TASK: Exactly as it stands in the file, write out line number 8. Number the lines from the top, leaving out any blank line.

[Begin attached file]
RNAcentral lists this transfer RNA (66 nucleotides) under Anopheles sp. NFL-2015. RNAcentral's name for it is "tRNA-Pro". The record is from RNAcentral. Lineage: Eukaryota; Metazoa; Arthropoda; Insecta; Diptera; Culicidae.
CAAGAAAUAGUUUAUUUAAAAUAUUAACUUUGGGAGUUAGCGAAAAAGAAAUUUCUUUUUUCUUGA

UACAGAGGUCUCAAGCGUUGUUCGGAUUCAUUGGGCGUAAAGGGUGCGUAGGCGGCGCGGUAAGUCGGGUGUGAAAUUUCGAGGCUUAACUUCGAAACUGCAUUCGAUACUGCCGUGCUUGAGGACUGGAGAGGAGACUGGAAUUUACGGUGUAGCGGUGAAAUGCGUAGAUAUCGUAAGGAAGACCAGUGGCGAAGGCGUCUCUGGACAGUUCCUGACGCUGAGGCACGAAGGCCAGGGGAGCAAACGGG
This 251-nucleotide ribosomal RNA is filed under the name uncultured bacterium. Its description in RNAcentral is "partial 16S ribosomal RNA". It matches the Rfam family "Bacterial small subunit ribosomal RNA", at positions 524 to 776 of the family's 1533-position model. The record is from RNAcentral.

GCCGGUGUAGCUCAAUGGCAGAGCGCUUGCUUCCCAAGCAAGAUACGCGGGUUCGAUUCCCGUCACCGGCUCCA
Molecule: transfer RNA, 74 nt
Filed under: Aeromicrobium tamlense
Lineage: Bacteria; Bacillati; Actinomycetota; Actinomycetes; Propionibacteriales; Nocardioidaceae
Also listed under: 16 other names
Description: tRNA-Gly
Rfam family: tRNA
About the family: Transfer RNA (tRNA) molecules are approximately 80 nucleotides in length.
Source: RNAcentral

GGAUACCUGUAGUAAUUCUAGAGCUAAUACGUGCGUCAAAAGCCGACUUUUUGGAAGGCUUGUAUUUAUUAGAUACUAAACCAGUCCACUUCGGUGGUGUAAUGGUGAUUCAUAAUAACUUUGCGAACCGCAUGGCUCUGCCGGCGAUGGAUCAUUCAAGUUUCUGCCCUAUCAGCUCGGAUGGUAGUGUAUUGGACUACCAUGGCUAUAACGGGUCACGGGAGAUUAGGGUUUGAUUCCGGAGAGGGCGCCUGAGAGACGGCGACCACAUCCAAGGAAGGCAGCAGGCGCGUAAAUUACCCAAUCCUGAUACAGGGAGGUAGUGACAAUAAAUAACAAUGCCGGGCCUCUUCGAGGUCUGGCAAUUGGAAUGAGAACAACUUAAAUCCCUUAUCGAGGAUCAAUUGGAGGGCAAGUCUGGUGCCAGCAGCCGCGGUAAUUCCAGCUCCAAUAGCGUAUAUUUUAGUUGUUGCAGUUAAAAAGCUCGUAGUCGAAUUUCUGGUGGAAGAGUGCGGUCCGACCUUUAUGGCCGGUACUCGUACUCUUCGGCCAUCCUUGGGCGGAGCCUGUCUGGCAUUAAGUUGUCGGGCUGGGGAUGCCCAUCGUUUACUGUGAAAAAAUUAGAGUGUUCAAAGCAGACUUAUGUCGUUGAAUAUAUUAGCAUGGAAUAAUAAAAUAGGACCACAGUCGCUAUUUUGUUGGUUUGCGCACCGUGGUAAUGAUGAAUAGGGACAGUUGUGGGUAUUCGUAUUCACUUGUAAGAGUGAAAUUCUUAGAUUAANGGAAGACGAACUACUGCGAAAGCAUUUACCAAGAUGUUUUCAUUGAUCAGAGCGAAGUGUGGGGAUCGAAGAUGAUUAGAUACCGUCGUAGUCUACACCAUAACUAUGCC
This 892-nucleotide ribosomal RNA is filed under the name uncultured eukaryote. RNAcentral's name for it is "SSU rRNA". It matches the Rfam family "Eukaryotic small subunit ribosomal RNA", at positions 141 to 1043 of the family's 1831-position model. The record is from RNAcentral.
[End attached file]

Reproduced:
Lineage: Bacteria; Bacillati; Actinomycetota; Actinomycetes; Propionibacteriales; Nocardioidaceae